On June 2, U.S. Trade Representative Katherine Tai requested formal dispute settlement consultations under the United States-Mexico-Canada Agreement (USMCA) regarding Mexico’s presidential decree on genetically modified corn.
According to the USTR, these consultations regard measures set out in Mexico’s February 13, 2023 decree, specifically the ban on use of biotechnology corn in tortillas or dough, and the instruction to Mexican government agencies to gradually substitute — i.e., ban — the use of biotechnology corn in all products for human consumption and for animal feed.
The consultations also regard rejections of applications for authorization covering the importation and sale of certain biotechnology products. Mexico’s measures appear to be inconsistent with several of its obligations in the Sanitary and Phytosanitary (SPS) Measures and Market Access chapters of the USMCA, noted the USTR.
“The United States has repeatedly conveyed its concerns that Mexico’s biotechnology policies are not based on science and threaten to disrupt U.S. exports to Mexico to the detriment of agricultural producers, which in turn can exacerbate food security challenges," said Ambassador Katherine Tai. “Mexico’s biotechnology policies also stifle agricultural innovation that helps American farmers respond to pressing climate challenges, increase farm productivity, and improve farmers’ livelihoods.
"We will continue to work with the Mexican government through these consultations to resolve our concerns and help ensure consumers can continue to access safe and affordable food and agricultural products," she noted.
Mexico defends decree, says it's in compliance with USMCA
As recently as May 30, Mexico’s agriculture minister said the decree was in compliance with the USCMA.
After Mexico's February decree, the U.S. requested a trade dispute panel under the USMCA agreement as the next step to address Washington's concerns over Mexico's plan to limit imports of genetically modified corn.
Technical consultations are the first step toward a dispute resolution panel under the USMCA. Once a dispute settlement is filed, a group of objective experts will hear the case and make final determinations based on the commitments both parties signed as part of the free trade agreement.
The National Corn Growers Association (NCGA) President Tom Haag said Mexico’s actions are not based on sound science and have threatened the financial wellbeing of U.S. corn producers.
“We are deeply appreciative of Ambassador Katherine Tai and USTR for moving this process forward and thankful for the efforts of Secretary Tom Vilsack and members of Congress for standing up for farmers in such a meaningful way," said Haag.
The U.S. Grains Council agreed.
"The decree violates Mexico’s obligations to use science and risk-based policies to regulate biotechnology in a transparent way and threatens the mutually beneficial trading relationship our two countries have had for decades," noted the U.S. Grains Council in a release.
USGC: Decree would raise corn prices in Mexico
USGC said the result of the biotech decree as written would be to raise corn prices in Mexico, further exacerbating food security issues there, while also trying to block biotechnology as an important tool U.S. farmers can use to sustainably feed the world.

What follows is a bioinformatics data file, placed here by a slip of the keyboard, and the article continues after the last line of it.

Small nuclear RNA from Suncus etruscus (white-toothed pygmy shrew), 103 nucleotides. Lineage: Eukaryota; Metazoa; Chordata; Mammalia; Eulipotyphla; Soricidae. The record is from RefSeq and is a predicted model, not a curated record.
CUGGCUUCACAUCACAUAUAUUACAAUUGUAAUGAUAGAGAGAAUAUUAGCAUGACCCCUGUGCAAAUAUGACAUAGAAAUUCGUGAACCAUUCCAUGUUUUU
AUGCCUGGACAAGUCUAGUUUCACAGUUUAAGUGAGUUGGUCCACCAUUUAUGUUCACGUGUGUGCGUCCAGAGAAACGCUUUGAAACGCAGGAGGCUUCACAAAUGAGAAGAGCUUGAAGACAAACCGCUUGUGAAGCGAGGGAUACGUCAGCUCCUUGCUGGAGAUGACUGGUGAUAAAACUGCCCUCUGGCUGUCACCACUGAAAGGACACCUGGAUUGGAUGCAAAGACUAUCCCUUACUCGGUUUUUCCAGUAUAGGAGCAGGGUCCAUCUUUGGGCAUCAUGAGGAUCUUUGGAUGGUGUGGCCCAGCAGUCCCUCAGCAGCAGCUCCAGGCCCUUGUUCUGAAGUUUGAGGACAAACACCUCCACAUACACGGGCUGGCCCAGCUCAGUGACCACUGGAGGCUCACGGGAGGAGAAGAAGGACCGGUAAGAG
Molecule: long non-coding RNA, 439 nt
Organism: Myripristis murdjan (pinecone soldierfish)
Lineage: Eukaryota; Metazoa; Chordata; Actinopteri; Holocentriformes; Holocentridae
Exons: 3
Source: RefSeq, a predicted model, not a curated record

"We will do all in our power to support the U.S. government’s consultations so free and fair trade of corn between the United States and Mexico continues as was agreed to in USMCA," said USGC.
USGC said it supports the U.S. government’s action today as the decree explicitly bans the export of biotech white corn to Mexico.
In January, the Mexican government announced a temporary 50% tax on white corn exports, arguing it is necessary for the grain to remain in the country to guarantee supply and price stability. The levy is in force until June 30.
U.S. ag secretary: GM crops are science-based, sound and safe
Agriculture Secretary Tom Vilsack said the USDA supports success for all farmers, and that means embracing fair, open, science- and rules-based trade.
"In this spirit, the USMCA was written to ensure that producers in all three countries have full and fair access to each other’s markets," said Vilsack. “We fundamentally disagree with the position Mexico has taken on the issue of biotechnology, which has been proven to be safe for decades.
"Through this action, we are exercising our rights under USMCA while supporting innovation, nutrition security, sustainability, and the mutual success of our farmers and producers," he said.
Timeline leading to U.S. request for a dispute settlement
The USTR said the U.S. request for a USMCA dispute settlement consultation follows extensive engagement by the U.S. with the government of Mexico on its biotechnology policies.
The U.S. used the tools provided by the USMCA in attempting to resolve concerns with Mexico’s biotechnology policies, including meetings of the USMCA Free Trade Commission, SPS Committee, and Biotechnology Working Group, noted the USTR.
- January 30, 2023: The U.S. sent a formal, written request to Mexico under the USMCA SPS Chapter (Article 9.6.14) for “an explanation of the reasons for” and “pertinent relevant information regarding” certain Mexican measures concerning biotechnology products. Mexico provided a written response on February 14.
- March 2023: The U.S. requested and held technical consultations with Mexico regarding its biotechnology measures under the USMCA SPS chapter, but the consultations did not resolve the matter.
Mexico is a top market for corn, the number one agricultural export from the U.S., which has led to strong concerns over how the ban would impact U.S. farmers, rural economies and food security for the people of Mexico.